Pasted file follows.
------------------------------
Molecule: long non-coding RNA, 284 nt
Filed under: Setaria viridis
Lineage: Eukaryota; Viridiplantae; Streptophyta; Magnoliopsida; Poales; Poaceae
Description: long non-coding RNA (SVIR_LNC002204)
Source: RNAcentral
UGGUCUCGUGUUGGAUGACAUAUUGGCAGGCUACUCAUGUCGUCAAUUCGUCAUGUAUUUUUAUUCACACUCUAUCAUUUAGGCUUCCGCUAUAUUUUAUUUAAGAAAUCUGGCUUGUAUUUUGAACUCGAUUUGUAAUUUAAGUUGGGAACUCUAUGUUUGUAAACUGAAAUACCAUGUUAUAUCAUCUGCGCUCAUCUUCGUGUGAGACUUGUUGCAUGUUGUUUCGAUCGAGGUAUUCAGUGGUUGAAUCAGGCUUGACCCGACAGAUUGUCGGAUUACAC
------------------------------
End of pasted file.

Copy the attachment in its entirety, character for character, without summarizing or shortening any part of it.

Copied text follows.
Molecule: long non-coding RNA, 284 nt
Filed under: Setaria viridis
Lineage: Eukaryota; Viridiplantae; Streptophyta; Magnoliopsida; Poales; Poaceae
Description: long non-coding RNA (SVIR_LNC002204)
Source: RNAcentral
UGGUCUCGUGUUGGAUGACAUAUUGGCAGGCUACUCAUGUCGUCAAUUCGUCAUGUAUUUUUAUUCACACUCUAUCAUUUAGGCUUCCGCUAUAUUUUAUUUAAGAAAUCUGGCUUGUAUUUUGAACUCGAUUUGUAAUUUAAGUUGGGAACUCUAUGUUUGUAAACUGAAAUACCAUGUUAUAUCAUCUGCGCUCAUCUUCGUGUGAGACUUGUUGCAUGUUGUUUCGAUCGAGGUAUUCAGUGGUUGAAUCAGGCUUGACCCGACAGAUUGUCGGAUUACAC